Igentify, Genosity cooperate to bring precision medicine to all markets

Israeli digital health company Igentify will cooperate with US-based biotech firm Genosity to deliver the next step in precision medicine to all markets. Precision medicine is a new trend in the healthcare industry, Igentify director of partnerships Yael Furman told The Jerusalem Post.  

“Imagine a person suffering from a headache,” she said, “that person would take an aspirin. The drug is produced for all people who suffer from a headache. Yet in some cases, such as cancer, it’s extremely useful to know the genetic profile of the patient as that would make the treatment a lot more effective.” 

This still means mass-produced drugs for the most common genetic types in a given population, but perhaps drugs will eventually be made for the unique individual who needs them.  

The trend is coupled with other leaps and bounds medicine is going through thanks to big data and the digital age. For example, a woman who has a genetic likelihood to suffer from breast cancer could get digital “pushes” in the form of texts and emails that will remind her to get tested. Better and more frequent testing saves lives.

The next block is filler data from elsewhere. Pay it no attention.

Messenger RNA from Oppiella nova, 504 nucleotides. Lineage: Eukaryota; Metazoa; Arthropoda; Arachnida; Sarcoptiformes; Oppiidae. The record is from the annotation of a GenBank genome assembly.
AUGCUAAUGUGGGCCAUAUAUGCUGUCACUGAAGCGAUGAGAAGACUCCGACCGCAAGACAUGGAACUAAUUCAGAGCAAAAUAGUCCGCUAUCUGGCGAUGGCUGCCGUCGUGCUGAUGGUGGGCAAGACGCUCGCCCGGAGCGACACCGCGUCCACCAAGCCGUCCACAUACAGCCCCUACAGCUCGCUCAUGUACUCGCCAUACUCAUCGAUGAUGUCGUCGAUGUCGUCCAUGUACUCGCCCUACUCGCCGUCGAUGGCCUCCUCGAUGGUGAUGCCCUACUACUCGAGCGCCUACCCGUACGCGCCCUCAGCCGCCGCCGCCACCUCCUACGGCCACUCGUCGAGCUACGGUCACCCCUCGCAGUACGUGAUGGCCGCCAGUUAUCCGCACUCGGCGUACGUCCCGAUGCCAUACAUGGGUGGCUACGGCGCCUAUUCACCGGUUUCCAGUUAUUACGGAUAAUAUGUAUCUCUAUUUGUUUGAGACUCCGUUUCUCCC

“People see our animated videos and forget the mountain of work that goes into genetic research,” Igentify founder and CEO Dr. Doron Behar explains.  

“The videos are important because we want people to understand what the genetic test is, what will happen to their data, and to give their informed consent. Yet that is just the last step – what we do much more,” he said.

“There are only 7,000 genetic counselors in the world today,” Behar said. “This is a huge bottle neck that prevents people from having access to, and benefiting from, their own genetic data. Machine learning can take some of that burden off and deliver the service to more [people]. ”   

IGENTIFY HELPS medical service providers to set up the complex systems needed to decipher such data – from cheek swabs to lab robots to machine learning that is able to scan most possibilities of human genetic material creating a new life.   

“We use cheek swabs because they’re easier to do than blood samples and give us cells from the human cheek,” he explains, “it’s not the spit we’re after, it’s cells. Each cell has your entire genome in it.”  

If a man and a woman are thinking about having a baby together and if they have access to a genetic testing service, it could predict what is the likelihood of the yet-unborn child having a genetic disease based on the genetic analysis of both parents.  

A woman could use a simple cheek swab to learn if she is at risk of suffering from breast cancer. The information is presented in a friendly and easy to understand animated video that has a lot of planning behind it.   

“We’re able to offer this service not just in other languages but also with different avatars,” Behar pointed

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